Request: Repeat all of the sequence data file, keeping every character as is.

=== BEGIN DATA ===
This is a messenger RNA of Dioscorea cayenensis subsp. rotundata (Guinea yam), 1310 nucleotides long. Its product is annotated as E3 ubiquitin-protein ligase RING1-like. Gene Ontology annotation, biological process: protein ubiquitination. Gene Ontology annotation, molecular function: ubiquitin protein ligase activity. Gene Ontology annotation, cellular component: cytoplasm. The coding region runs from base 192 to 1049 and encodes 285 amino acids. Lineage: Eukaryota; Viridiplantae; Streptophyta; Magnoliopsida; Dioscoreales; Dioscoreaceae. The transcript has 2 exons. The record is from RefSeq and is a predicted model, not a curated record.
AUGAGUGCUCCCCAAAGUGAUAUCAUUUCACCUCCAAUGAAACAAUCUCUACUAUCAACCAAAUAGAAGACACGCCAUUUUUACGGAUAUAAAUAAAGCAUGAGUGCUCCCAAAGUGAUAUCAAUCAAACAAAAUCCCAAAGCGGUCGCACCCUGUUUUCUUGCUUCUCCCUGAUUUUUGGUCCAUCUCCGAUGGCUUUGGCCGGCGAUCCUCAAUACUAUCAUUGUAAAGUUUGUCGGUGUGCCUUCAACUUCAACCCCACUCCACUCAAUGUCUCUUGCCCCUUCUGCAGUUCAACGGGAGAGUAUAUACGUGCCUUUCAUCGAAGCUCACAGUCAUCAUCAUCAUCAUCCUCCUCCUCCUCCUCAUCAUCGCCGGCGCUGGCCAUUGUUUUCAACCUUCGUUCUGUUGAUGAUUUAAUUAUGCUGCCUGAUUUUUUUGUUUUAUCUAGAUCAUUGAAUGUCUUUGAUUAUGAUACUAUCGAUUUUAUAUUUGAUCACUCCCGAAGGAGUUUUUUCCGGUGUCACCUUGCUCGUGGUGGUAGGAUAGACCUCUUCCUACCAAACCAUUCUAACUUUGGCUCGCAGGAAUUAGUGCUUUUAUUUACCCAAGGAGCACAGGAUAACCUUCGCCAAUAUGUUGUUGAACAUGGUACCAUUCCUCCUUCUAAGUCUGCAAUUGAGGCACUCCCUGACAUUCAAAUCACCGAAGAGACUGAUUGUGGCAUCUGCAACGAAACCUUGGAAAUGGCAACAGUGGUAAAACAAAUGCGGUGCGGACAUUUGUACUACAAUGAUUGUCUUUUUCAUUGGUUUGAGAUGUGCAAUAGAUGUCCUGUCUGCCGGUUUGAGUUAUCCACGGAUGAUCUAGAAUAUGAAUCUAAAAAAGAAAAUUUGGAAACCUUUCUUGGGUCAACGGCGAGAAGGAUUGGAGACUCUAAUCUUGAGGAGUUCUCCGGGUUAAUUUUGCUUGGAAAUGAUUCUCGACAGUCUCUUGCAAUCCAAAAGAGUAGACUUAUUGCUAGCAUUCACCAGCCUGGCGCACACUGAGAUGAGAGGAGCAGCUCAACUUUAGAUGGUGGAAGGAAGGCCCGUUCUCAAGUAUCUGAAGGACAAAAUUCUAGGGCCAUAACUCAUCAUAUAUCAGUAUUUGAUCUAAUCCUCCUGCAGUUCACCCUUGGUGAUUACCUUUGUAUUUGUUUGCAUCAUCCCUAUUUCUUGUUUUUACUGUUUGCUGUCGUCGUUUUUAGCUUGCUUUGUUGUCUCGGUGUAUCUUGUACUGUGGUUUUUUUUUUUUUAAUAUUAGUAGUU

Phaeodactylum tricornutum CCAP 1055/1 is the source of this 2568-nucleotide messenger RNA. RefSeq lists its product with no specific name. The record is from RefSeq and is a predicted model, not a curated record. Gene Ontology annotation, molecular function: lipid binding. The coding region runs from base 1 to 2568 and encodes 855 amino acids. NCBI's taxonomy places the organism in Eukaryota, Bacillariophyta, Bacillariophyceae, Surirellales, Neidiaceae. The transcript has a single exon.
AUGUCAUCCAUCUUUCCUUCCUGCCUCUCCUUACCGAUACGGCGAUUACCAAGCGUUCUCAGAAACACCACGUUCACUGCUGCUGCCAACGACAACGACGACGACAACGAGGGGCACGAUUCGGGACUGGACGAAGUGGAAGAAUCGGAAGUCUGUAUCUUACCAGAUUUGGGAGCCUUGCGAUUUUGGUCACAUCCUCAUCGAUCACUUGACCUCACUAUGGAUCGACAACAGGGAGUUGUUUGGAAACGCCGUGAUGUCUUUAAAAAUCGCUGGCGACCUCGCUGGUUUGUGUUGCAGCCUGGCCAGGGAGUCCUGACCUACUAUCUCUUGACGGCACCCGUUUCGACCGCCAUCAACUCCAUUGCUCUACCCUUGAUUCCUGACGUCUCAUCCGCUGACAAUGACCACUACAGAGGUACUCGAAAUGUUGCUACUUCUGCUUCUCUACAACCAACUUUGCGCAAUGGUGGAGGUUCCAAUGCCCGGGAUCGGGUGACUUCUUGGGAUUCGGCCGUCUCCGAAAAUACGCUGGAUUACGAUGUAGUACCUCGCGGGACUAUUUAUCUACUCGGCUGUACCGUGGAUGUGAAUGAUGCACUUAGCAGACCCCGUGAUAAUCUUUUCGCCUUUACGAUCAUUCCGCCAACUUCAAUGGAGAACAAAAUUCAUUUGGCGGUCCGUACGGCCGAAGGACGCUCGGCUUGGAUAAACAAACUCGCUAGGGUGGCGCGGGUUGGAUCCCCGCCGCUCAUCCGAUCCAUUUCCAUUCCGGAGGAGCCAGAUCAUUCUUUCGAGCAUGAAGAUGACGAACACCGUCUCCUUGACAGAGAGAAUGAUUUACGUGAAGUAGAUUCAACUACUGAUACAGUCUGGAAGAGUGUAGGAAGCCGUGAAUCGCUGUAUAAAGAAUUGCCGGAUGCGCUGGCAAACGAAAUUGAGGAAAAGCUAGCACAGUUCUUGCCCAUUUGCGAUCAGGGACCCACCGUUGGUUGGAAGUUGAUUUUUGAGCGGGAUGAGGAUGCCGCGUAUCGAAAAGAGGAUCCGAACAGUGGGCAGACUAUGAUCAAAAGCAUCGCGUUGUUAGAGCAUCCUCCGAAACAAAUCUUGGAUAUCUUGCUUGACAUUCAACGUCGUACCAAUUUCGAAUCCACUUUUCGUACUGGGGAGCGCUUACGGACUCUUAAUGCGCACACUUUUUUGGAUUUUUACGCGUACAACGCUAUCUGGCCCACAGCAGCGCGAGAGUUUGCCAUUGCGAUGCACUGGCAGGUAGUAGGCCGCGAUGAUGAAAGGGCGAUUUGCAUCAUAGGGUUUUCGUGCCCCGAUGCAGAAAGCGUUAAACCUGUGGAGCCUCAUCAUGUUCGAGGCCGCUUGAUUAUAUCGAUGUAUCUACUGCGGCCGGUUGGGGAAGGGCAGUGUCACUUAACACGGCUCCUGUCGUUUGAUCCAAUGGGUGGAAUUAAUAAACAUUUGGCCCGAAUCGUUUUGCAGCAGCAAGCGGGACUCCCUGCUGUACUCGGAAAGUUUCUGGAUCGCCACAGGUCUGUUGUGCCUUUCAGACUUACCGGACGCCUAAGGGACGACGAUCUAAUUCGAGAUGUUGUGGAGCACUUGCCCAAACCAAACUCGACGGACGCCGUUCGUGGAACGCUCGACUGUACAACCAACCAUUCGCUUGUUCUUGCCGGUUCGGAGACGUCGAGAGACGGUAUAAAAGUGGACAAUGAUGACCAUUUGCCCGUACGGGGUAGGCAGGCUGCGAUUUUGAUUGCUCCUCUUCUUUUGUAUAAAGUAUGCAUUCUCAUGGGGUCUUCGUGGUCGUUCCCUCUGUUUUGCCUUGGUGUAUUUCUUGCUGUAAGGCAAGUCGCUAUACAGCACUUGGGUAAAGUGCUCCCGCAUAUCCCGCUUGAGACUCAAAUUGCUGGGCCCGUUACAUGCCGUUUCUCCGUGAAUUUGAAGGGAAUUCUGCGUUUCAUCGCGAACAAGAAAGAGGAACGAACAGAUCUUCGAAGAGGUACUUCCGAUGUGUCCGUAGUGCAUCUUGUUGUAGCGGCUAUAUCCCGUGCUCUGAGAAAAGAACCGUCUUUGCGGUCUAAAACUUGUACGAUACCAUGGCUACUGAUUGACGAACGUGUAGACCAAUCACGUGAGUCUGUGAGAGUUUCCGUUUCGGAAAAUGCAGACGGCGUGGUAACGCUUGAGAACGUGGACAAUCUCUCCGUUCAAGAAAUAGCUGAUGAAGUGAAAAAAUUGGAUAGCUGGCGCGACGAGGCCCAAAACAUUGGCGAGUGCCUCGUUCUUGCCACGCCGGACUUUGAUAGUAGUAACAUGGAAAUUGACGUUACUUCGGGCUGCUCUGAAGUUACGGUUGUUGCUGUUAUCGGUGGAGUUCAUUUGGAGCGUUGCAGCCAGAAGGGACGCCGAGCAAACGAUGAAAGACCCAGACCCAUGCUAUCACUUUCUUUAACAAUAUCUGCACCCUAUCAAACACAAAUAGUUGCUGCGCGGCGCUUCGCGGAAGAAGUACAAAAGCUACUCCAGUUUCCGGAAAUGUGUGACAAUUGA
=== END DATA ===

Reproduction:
This is a messenger RNA of Dioscorea cayenensis subsp. rotundata (Guinea yam), 1310 nucleotides long. Its product is annotated as E3 ubiquitin-protein ligase RING1-like. Gene Ontology annotation, biological process: protein ubiquitination. Gene Ontology annotation, molecular function: ubiquitin protein ligase activity. Gene Ontology annotation, cellular component: cytoplasm. The coding region runs from base 192 to 1049 and encodes 285 amino acids. Lineage: Eukaryota; Viridiplantae; Streptophyta; Magnoliopsida; Dioscoreales; Dioscoreaceae. The transcript has 2 exons. The record is from RefSeq and is a predicted model, not a curated record.
AUGAGUGCUCCCCAAAGUGAUAUCAUUUCACCUCCAAUGAAACAAUCUCUACUAUCAACCAAAUAGAAGACACGCCAUUUUUACGGAUAUAAAUAAAGCAUGAGUGCUCCCAAAGUGAUAUCAAUCAAACAAAAUCCCAAAGCGGUCGCACCCUGUUUUCUUGCUUCUCCCUGAUUUUUGGUCCAUCUCCGAUGGCUUUGGCCGGCGAUCCUCAAUACUAUCAUUGUAAAGUUUGUCGGUGUGCCUUCAACUUCAACCCCACUCCACUCAAUGUCUCUUGCCCCUUCUGCAGUUCAACGGGAGAGUAUAUACGUGCCUUUCAUCGAAGCUCACAGUCAUCAUCAUCAUCAUCCUCCUCCUCCUCCUCAUCAUCGCCGGCGCUGGCCAUUGUUUUCAACCUUCGUUCUGUUGAUGAUUUAAUUAUGCUGCCUGAUUUUUUUGUUUUAUCUAGAUCAUUGAAUGUCUUUGAUUAUGAUACUAUCGAUUUUAUAUUUGAUCACUCCCGAAGGAGUUUUUUCCGGUGUCACCUUGCUCGUGGUGGUAGGAUAGACCUCUUCCUACCAAACCAUUCUAACUUUGGCUCGCAGGAAUUAGUGCUUUUAUUUACCCAAGGAGCACAGGAUAACCUUCGCCAAUAUGUUGUUGAACAUGGUACCAUUCCUCCUUCUAAGUCUGCAAUUGAGGCACUCCCUGACAUUCAAAUCACCGAAGAGACUGAUUGUGGCAUCUGCAACGAAACCUUGGAAAUGGCAACAGUGGUAAAACAAAUGCGGUGCGGACAUUUGUACUACAAUGAUUGUCUUUUUCAUUGGUUUGAGAUGUGCAAUAGAUGUCCUGUCUGCCGGUUUGAGUUAUCCACGGAUGAUCUAGAAUAUGAAUCUAAAAAAGAAAAUUUGGAAACCUUUCUUGGGUCAACGGCGAGAAGGAUUGGAGACUCUAAUCUUGAGGAGUUCUCCGGGUUAAUUUUGCUUGGAAAUGAUUCUCGACAGUCUCUUGCAAUCCAAAAGAGUAGACUUAUUGCUAGCAUUCACCAGCCUGGCGCACACUGAGAUGAGAGGAGCAGCUCAACUUUAGAUGGUGGAAGGAAGGCCCGUUCUCAAGUAUCUGAAGGACAAAAUUCUAGGGCCAUAACUCAUCAUAUAUCAGUAUUUGAUCUAAUCCUCCUGCAGUUCACCCUUGGUGAUUACCUUUGUAUUUGUUUGCAUCAUCCCUAUUUCUUGUUUUUACUGUUUGCUGUCGUCGUUUUUAGCUUGCUUUGUUGUCUCGGUGUAUCUUGUACUGUGGUUUUUUUUUUUUUAAUAUUAGUAGUU

Phaeodactylum tricornutum CCAP 1055/1 is the source of this 2568-nucleotide messenger RNA. RefSeq lists its product with no specific name. The record is from RefSeq and is a predicted model, not a curated record. Gene Ontology annotation, molecular function: lipid binding. The coding region runs from base 1 to 2568 and encodes 855 amino acids. NCBI's taxonomy places the organism in Eukaryota, Bacillariophyta, Bacillariophyceae, Surirellales, Neidiaceae. The transcript has a single exon.
AUGUCAUCCAUCUUUCCUUCCUGCCUCUCCUUACCGAUACGGCGAUUACCAAGCGUUCUCAGAAACACCACGUUCACUGCUGCUGCCAACGACAACGACGACGACAACGAGGGGCACGAUUCGGGACUGGACGAAGUGGAAGAAUCGGAAGUCUGUAUCUUACCAGAUUUGGGAGCCUUGCGAUUUUGGUCACAUCCUCAUCGAUCACUUGACCUCACUAUGGAUCGACAACAGGGAGUUGUUUGGAAACGCCGUGAUGUCUUUAAAAAUCGCUGGCGACCUCGCUGGUUUGUGUUGCAGCCUGGCCAGGGAGUCCUGACCUACUAUCUCUUGACGGCACCCGUUUCGACCGCCAUCAACUCCAUUGCUCUACCCUUGAUUCCUGACGUCUCAUCCGCUGACAAUGACCACUACAGAGGUACUCGAAAUGUUGCUACUUCUGCUUCUCUACAACCAACUUUGCGCAAUGGUGGAGGUUCCAAUGCCCGGGAUCGGGUGACUUCUUGGGAUUCGGCCGUCUCCGAAAAUACGCUGGAUUACGAUGUAGUACCUCGCGGGACUAUUUAUCUACUCGGCUGUACCGUGGAUGUGAAUGAUGCACUUAGCAGACCCCGUGAUAAUCUUUUCGCCUUUACGAUCAUUCCGCCAACUUCAAUGGAGAACAAAAUUCAUUUGGCGGUCCGUACGGCCGAAGGACGCUCGGCUUGGAUAAACAAACUCGCUAGGGUGGCGCGGGUUGGAUCCCCGCCGCUCAUCCGAUCCAUUUCCAUUCCGGAGGAGCCAGAUCAUUCUUUCGAGCAUGAAGAUGACGAACACCGUCUCCUUGACAGAGAGAAUGAUUUACGUGAAGUAGAUUCAACUACUGAUACAGUCUGGAAGAGUGUAGGAAGCCGUGAAUCGCUGUAUAAAGAAUUGCCGGAUGCGCUGGCAAACGAAAUUGAGGAAAAGCUAGCACAGUUCUUGCCCAUUUGCGAUCAGGGACCCACCGUUGGUUGGAAGUUGAUUUUUGAGCGGGAUGAGGAUGCCGCGUAUCGAAAAGAGGAUCCGAACAGUGGGCAGACUAUGAUCAAAAGCAUCGCGUUGUUAGAGCAUCCUCCGAAACAAAUCUUGGAUAUCUUGCUUGACAUUCAACGUCGUACCAAUUUCGAAUCCACUUUUCGUACUGGGGAGCGCUUACGGACUCUUAAUGCGCACACUUUUUUGGAUUUUUACGCGUACAACGCUAUCUGGCCCACAGCAGCGCGAGAGUUUGCCAUUGCGAUGCACUGGCAGGUAGUAGGCCGCGAUGAUGAAAGGGCGAUUUGCAUCAUAGGGUUUUCGUGCCCCGAUGCAGAAAGCGUUAAACCUGUGGAGCCUCAUCAUGUUCGAGGCCGCUUGAUUAUAUCGAUGUAUCUACUGCGGCCGGUUGGGGAAGGGCAGUGUCACUUAACACGGCUCCUGUCGUUUGAUCCAAUGGGUGGAAUUAAUAAACAUUUGGCCCGAAUCGUUUUGCAGCAGCAAGCGGGACUCCCUGCUGUACUCGGAAAGUUUCUGGAUCGCCACAGGUCUGUUGUGCCUUUCAGACUUACCGGACGCCUAAGGGACGACGAUCUAAUUCGAGAUGUUGUGGAGCACUUGCCCAAACCAAACUCGACGGACGCCGUUCGUGGAACGCUCGACUGUACAACCAACCAUUCGCUUGUUCUUGCCGGUUCGGAGACGUCGAGAGACGGUAUAAAAGUGGACAAUGAUGACCAUUUGCCCGUACGGGGUAGGCAGGCUGCGAUUUUGAUUGCUCCUCUUCUUUUGUAUAAAGUAUGCAUUCUCAUGGGGUCUUCGUGGUCGUUCCCUCUGUUUUGCCUUGGUGUAUUUCUUGCUGUAAGGCAAGUCGCUAUACAGCACUUGGGUAAAGUGCUCCCGCAUAUCCCGCUUGAGACUCAAAUUGCUGGGCCCGUUACAUGCCGUUUCUCCGUGAAUUUGAAGGGAAUUCUGCGUUUCAUCGCGAACAAGAAAGAGGAACGAACAGAUCUUCGAAGAGGUACUUCCGAUGUGUCCGUAGUGCAUCUUGUUGUAGCGGCUAUAUCCCGUGCUCUGAGAAAAGAACCGUCUUUGCGGUCUAAAACUUGUACGAUACCAUGGCUACUGAUUGACGAACGUGUAGACCAAUCACGUGAGUCUGUGAGAGUUUCCGUUUCGGAAAAUGCAGACGGCGUGGUAACGCUUGAGAACGUGGACAAUCUCUCCGUUCAAGAAAUAGCUGAUGAAGUGAAAAAAUUGGAUAGCUGGCGCGACGAGGCCCAAAACAUUGGCGAGUGCCUCGUUCUUGCCACGCCGGACUUUGAUAGUAGUAACAUGGAAAUUGACGUUACUUCGGGCUGCUCUGAAGUUACGGUUGUUGCUGUUAUCGGUGGAGUUCAUUUGGAGCGUUGCAGCCAGAAGGGACGCCGAGCAAACGAUGAAAGACCCAGACCCAUGCUAUCACUUUCUUUAACAAUAUCUGCACCCUAUCAAACACAAAUAGUUGCUGCGCGGCGCUUCGCGGAAGAAGUACAAAAGCUACUCCAGUUUCCGGAAAUGUGUGACAAUUGA